A.R.M.: So the recipe consists in diversity and creativity!

M.G.: Yes, exactly: so you can be yourself and as best as you can be in order to use your whole personality in the process of creation.

A.R.M.: Do Snøhetta market themselves ?

M.G.: Yes, we have a marketing department and we have some brand managers at Snøhetta. Their sole task is to communicate and build Snøhetta as a brand even if we have landscape projects, opera houses, museums or master planning. Their work is only to promote the projects but they could be a part of the team creating concepts by setting this trans-disciplinary approach.

A.R.M.: That explains your diverse portfolio.

M.G.: Yes. We think we can create anything that can improve social interactions.

A.R.M.: What is the first step in branding an architecture firm?

M.G.: Define who you are and look inwards – make an introspective process and forget about target groups and what other competitors are doing: look inwards and find out who you are, what your main attributes are and what you believe in. When you have got that, conceptualize it so that it’s easier for others to understand what you mean.

A.R.M.: Others fields consider that we are ubiquitous and take many more roles than we can handle. Are there any borders to architects?

M.G.: I think we tend to say we don’t choose the projects: we choose types of clients. So if we find certain people that are wants to be potential clients and have good means for a proper conservation of the design, we can basically do anything. But as an architectural and design firm where we celebrate special craftsmanship, we do not want to involve too much in application design that has a weak relevance to our heritage. We started with architecture and landscape and we have a history of creating architectural design in connection to the surroundings, thus enabling some sort of social interaction. We have some sort of a guide to indicate when things are relevant or not, but we do like to do anything so we get tempted, every time there is an opportunity. But still, I think architects really do what architects and designers should do: create space and improve social interactions. When we are working on our projects, when we rehearse and are in a creative process we urge the architect to play the role a graphic designer and the graphic designer to be an architect. We want you to leave your profession and shift position. Your pride and responsibillity for a profession often stop you from being creative. We want you to be the whole person at wortk, not just the archtiect. Let’s say we try to get the musician out of the engineer. We call it transpositioning. It’s like a very professional orchestra where the players shift their instruments. So if you are a violin player and I play the trumpet, we can change our instruments and learn how difficult it is to play the violin or the trumpet.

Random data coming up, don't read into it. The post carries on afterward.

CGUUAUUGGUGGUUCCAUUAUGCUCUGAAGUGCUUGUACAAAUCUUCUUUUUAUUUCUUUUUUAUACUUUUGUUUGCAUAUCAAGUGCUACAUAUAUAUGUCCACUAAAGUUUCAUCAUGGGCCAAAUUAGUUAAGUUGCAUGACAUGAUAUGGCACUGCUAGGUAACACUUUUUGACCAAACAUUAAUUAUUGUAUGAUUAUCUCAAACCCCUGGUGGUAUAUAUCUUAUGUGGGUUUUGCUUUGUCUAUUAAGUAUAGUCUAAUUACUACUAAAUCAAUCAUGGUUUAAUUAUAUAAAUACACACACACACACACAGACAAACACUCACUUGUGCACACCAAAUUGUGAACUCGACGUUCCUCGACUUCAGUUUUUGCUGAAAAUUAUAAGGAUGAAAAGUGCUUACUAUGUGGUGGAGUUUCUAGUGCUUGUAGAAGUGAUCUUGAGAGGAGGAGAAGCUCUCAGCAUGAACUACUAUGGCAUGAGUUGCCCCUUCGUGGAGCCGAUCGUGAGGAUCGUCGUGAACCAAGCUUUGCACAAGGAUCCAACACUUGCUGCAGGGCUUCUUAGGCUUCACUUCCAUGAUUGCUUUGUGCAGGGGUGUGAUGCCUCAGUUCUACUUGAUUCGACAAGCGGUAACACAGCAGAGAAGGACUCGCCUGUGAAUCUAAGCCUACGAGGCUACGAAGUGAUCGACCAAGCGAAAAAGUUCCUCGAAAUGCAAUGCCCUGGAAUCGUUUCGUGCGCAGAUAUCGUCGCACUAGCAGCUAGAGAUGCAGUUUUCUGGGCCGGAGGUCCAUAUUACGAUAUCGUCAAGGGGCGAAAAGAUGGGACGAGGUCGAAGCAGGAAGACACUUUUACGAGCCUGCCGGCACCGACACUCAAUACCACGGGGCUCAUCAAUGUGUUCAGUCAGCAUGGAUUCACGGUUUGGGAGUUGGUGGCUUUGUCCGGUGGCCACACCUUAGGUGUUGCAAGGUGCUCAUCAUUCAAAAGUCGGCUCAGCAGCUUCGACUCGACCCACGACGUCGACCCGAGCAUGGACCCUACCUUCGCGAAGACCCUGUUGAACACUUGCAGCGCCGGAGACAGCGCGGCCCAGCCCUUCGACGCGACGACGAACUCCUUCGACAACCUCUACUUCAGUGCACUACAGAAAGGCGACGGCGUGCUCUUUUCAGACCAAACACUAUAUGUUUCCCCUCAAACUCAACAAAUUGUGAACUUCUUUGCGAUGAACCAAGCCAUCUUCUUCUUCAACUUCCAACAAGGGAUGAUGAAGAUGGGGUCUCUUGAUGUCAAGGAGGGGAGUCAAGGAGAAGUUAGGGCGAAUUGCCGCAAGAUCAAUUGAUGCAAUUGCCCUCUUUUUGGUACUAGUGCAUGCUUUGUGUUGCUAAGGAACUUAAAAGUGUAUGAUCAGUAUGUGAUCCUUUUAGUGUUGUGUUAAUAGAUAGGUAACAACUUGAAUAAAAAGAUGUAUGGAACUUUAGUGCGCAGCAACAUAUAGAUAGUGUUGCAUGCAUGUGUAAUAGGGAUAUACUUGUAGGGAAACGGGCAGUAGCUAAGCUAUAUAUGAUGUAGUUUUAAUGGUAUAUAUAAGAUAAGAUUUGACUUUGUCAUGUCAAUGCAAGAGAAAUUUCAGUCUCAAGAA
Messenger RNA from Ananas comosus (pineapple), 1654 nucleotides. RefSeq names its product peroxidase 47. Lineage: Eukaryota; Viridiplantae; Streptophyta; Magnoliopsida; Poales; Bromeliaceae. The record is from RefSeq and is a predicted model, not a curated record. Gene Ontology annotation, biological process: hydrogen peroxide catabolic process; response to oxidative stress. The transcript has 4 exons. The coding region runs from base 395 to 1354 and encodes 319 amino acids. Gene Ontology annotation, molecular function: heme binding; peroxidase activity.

A.R.M.: But when it comes to a concert you should do your job!

M.G.: Yes, the trumpet player should have the trumpet back. If not, it is going to be a lousy concert.

A.R.M.: Objectively, what is distinctive in the architects’ way of thinking?

M.G.: I think any craftsmanship and competence driven industry has some sort of intellectual drive to try to solve whatever problem at hand. I think architects as craftsmen have the competence of creating diverse projects and acquired a very generic relevance of being the soul of some very complex situations. Architects are humans and so are psychologists, therefore I don’t think you can label architects or graphic designers as being more special than any other professionals in the world.